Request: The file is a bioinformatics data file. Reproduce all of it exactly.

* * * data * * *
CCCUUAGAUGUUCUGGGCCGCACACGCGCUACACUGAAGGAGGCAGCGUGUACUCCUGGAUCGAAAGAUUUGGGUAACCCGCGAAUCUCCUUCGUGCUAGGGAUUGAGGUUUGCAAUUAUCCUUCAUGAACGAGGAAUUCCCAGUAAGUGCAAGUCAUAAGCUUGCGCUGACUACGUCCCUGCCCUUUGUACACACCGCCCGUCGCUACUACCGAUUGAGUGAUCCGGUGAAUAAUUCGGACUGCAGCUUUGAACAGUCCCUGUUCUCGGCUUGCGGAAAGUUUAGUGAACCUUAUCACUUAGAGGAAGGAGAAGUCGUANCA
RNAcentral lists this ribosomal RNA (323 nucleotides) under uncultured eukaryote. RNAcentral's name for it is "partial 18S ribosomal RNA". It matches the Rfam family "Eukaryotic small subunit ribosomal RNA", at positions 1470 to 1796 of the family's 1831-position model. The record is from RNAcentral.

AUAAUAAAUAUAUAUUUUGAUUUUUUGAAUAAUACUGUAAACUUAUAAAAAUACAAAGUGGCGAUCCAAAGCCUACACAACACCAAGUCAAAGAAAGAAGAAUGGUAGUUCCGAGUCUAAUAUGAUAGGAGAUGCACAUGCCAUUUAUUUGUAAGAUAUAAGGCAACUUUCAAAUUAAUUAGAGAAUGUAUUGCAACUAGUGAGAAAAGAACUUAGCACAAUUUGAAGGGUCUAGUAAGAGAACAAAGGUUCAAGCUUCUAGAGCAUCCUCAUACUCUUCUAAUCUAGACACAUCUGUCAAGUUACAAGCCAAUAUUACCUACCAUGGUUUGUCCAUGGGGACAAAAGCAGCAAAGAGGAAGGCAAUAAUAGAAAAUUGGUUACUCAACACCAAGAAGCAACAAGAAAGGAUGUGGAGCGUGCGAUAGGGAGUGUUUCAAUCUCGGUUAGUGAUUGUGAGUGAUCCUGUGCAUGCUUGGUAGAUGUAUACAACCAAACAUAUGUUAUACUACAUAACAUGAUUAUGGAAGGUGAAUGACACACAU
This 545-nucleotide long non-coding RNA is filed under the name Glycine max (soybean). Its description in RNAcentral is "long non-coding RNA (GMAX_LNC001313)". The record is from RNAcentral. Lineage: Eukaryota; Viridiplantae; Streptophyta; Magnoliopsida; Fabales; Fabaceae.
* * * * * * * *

CCCUUAGAUGUUCUGGGCCGCACACGCGCUACACUGAAGGAGGCAGCGUGUACUCCUGGAUCGAAAGAUUUGGGUAACCCGCGAAUCUCCUUCGUGCUAGGGAUUGAGGUUUGCAAUUAUCCUUCAUGAACGAGGAAUUCCCAGUAAGUGCAAGUCAUAAGCUUGCGCUGACUACGUCCCUGCCCUUUGUACACACCGCCCGUCGCUACUACCGAUUGAGUGAUCCGGUGAAUAAUUCGGACUGCAGCUUUGAACAGUCCCUGUUCUCGGCUUGCGGAAAGUUUAGUGAACCUUAUCACUUAGAGGAAGGAGAAGUCGUANCA
RNAcentral lists this ribosomal RNA (323 nucleotides) under uncultured eukaryote. RNAcentral's name for it is "partial 18S ribosomal RNA". It matches the Rfam family "Eukaryotic small subunit ribosomal RNA", at positions 1470 to 1796 of the family's 1831-position model. The record is from RNAcentral.

AUAAUAAAUAUAUAUUUUGAUUUUUUGAAUAAUACUGUAAACUUAUAAAAAUACAAAGUGGCGAUCCAAAGCCUACACAACACCAAGUCAAAGAAAGAAGAAUGGUAGUUCCGAGUCUAAUAUGAUAGGAGAUGCACAUGCCAUUUAUUUGUAAGAUAUAAGGCAACUUUCAAAUUAAUUAGAGAAUGUAUUGCAACUAGUGAGAAAAGAACUUAGCACAAUUUGAAGGGUCUAGUAAGAGAACAAAGGUUCAAGCUUCUAGAGCAUCCUCAUACUCUUCUAAUCUAGACACAUCUGUCAAGUUACAAGCCAAUAUUACCUACCAUGGUUUGUCCAUGGGGACAAAAGCAGCAAAGAGGAAGGCAAUAAUAGAAAAUUGGUUACUCAACACCAAGAAGCAACAAGAAAGGAUGUGGAGCGUGCGAUAGGGAGUGUUUCAAUCUCGGUUAGUGAUUGUGAGUGAUCCUGUGCAUGCUUGGUAGAUGUAUACAACCAAACAUAUGUUAUACUACAUAACAUGAUUAUGGAAGGUGAAUGACACACAU
This 545-nucleotide long non-coding RNA is filed under the name Glycine max (soybean). Its description in RNAcentral is "long non-coding RNA (GMAX_LNC001313)". The record is from RNAcentral. Lineage: Eukaryota; Viridiplantae; Streptophyta; Magnoliopsida; Fabales; Fabaceae.